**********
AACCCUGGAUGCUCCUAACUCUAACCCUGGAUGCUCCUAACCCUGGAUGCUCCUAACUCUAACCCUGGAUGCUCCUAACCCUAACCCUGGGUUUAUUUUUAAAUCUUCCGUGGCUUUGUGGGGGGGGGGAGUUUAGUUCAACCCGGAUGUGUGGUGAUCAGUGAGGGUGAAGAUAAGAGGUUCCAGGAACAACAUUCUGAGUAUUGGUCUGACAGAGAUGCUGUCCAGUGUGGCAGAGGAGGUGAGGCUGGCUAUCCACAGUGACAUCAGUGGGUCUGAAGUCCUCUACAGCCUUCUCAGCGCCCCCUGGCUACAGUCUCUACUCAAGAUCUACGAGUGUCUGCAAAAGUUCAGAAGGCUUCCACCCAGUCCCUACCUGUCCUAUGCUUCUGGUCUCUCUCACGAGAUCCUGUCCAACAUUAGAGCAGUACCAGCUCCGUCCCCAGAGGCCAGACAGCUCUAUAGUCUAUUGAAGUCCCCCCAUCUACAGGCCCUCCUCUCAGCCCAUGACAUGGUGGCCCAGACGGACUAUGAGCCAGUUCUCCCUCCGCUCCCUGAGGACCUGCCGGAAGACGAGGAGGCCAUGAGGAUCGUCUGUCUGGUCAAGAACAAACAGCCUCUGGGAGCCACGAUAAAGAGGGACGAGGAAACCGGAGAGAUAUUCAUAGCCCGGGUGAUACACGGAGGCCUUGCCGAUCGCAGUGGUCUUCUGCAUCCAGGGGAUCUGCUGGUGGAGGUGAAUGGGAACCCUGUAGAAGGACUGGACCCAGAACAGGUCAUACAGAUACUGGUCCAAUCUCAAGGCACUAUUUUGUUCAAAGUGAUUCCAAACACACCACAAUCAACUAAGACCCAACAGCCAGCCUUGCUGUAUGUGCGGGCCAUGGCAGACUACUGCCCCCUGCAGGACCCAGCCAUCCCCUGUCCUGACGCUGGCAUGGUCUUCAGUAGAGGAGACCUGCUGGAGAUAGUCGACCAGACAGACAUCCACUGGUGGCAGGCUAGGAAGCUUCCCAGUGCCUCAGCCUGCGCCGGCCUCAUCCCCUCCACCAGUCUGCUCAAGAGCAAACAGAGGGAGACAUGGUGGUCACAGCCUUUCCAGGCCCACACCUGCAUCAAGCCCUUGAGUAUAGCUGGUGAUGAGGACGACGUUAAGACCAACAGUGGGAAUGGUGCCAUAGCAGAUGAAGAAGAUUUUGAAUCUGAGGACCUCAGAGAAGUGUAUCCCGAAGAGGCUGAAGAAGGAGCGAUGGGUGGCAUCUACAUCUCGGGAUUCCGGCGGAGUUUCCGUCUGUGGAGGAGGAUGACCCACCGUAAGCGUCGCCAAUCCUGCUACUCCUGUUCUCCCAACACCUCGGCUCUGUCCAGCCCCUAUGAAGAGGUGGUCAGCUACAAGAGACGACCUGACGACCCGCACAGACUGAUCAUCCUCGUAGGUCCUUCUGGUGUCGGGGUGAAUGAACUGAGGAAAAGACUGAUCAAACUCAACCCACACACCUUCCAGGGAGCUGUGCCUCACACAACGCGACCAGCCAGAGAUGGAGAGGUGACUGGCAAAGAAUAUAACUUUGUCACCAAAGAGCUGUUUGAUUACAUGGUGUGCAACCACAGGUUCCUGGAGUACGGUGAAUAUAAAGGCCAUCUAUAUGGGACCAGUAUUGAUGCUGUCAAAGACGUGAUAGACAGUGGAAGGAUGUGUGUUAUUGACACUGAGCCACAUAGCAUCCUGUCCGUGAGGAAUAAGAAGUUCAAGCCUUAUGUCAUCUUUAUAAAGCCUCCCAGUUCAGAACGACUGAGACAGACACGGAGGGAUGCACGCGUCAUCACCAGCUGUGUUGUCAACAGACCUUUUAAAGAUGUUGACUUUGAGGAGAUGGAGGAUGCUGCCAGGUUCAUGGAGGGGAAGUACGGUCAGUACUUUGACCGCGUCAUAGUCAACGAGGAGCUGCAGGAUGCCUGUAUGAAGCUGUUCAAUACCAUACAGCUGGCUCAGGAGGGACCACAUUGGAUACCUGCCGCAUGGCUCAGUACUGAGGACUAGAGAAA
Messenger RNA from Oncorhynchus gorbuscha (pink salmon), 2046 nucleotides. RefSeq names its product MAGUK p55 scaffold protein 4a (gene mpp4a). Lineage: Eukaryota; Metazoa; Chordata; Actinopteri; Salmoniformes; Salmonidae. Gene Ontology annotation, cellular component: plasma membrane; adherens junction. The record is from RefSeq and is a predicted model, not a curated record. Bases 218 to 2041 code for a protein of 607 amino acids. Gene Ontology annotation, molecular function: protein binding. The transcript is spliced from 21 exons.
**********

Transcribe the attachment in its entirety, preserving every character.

AACCCUGGAUGCUCCUAACUCUAACCCUGGAUGCUCCUAACCCUGGAUGCUCCUAACUCUAACCCUGGAUGCUCCUAACCCUAACCCUGGGUUUAUUUUUAAAUCUUCCGUGGCUUUGUGGGGGGGGGGAGUUUAGUUCAACCCGGAUGUGUGGUGAUCAGUGAGGGUGAAGAUAAGAGGUUCCAGGAACAACAUUCUGAGUAUUGGUCUGACAGAGAUGCUGUCCAGUGUGGCAGAGGAGGUGAGGCUGGCUAUCCACAGUGACAUCAGUGGGUCUGAAGUCCUCUACAGCCUUCUCAGCGCCCCCUGGCUACAGUCUCUACUCAAGAUCUACGAGUGUCUGCAAAAGUUCAGAAGGCUUCCACCCAGUCCCUACCUGUCCUAUGCUUCUGGUCUCUCUCACGAGAUCCUGUCCAACAUUAGAGCAGUACCAGCUCCGUCCCCAGAGGCCAGACAGCUCUAUAGUCUAUUGAAGUCCCCCCAUCUACAGGCCCUCCUCUCAGCCCAUGACAUGGUGGCCCAGACGGACUAUGAGCCAGUUCUCCCUCCGCUCCCUGAGGACCUGCCGGAAGACGAGGAGGCCAUGAGGAUCGUCUGUCUGGUCAAGAACAAACAGCCUCUGGGAGCCACGAUAAAGAGGGACGAGGAAACCGGAGAGAUAUUCAUAGCCCGGGUGAUACACGGAGGCCUUGCCGAUCGCAGUGGUCUUCUGCAUCCAGGGGAUCUGCUGGUGGAGGUGAAUGGGAACCCUGUAGAAGGACUGGACCCAGAACAGGUCAUACAGAUACUGGUCCAAUCUCAAGGCACUAUUUUGUUCAAAGUGAUUCCAAACACACCACAAUCAACUAAGACCCAACAGCCAGCCUUGCUGUAUGUGCGGGCCAUGGCAGACUACUGCCCCCUGCAGGACCCAGCCAUCCCCUGUCCUGACGCUGGCAUGGUCUUCAGUAGAGGAGACCUGCUGGAGAUAGUCGACCAGACAGACAUCCACUGGUGGCAGGCUAGGAAGCUUCCCAGUGCCUCAGCCUGCGCCGGCCUCAUCCCCUCCACCAGUCUGCUCAAGAGCAAACAGAGGGAGACAUGGUGGUCACAGCCUUUCCAGGCCCACACCUGCAUCAAGCCCUUGAGUAUAGCUGGUGAUGAGGACGACGUUAAGACCAACAGUGGGAAUGGUGCCAUAGCAGAUGAAGAAGAUUUUGAAUCUGAGGACCUCAGAGAAGUGUAUCCCGAAGAGGCUGAAGAAGGAGCGAUGGGUGGCAUCUACAUCUCGGGAUUCCGGCGGAGUUUCCGUCUGUGGAGGAGGAUGACCCACCGUAAGCGUCGCCAAUCCUGCUACUCCUGUUCUCCCAACACCUCGGCUCUGUCCAGCCCCUAUGAAGAGGUGGUCAGCUACAAGAGACGACCUGACGACCCGCACAGACUGAUCAUCCUCGUAGGUCCUUCUGGUGUCGGGGUGAAUGAACUGAGGAAAAGACUGAUCAAACUCAACCCACACACCUUCCAGGGAGCUGUGCCUCACACAACGCGACCAGCCAGAGAUGGAGAGGUGACUGGCAAAGAAUAUAACUUUGUCACCAAAGAGCUGUUUGAUUACAUGGUGUGCAACCACAGGUUCCUGGAGUACGGUGAAUAUAAAGGCCAUCUAUAUGGGACCAGUAUUGAUGCUGUCAAAGACGUGAUAGACAGUGGAAGGAUGUGUGUUAUUGACACUGAGCCACAUAGCAUCCUGUCCGUGAGGAAUAAGAAGUUCAAGCCUUAUGUCAUCUUUAUAAAGCCUCCCAGUUCAGAACGACUGAGACAGACACGGAGGGAUGCACGCGUCAUCACCAGCUGUGUUGUCAACAGACCUUUUAAAGAUGUUGACUUUGAGGAGAUGGAGGAUGCUGCCAGGUUCAUGGAGGGGAAGUACGGUCAGUACUUUGACCGCGUCAUAGUCAACGAGGAGCUGCAGGAUGCCUGUAUGAAGCUGUUCAAUACCAUACAGCUGGCUCAGGAGGGACCACAUUGGAUACCUGCCGCAUGGCUCAGUACUGAGGACUAGAGAAA
Messenger RNA from Oncorhynchus gorbuscha (pink salmon), 2046 nucleotides. RefSeq names its product MAGUK p55 scaffold protein 4a (gene mpp4a). Lineage: Eukaryota; Metazoa; Chordata; Actinopteri; Salmoniformes; Salmonidae. Gene Ontology annotation, cellular component: plasma membrane; adherens junction. The record is from RefSeq and is a predicted model, not a curated record. Bases 218 to 2041 code for a protein of 607 amino acids. Gene Ontology annotation, molecular function: protein binding. The transcript is spliced from 21 exons.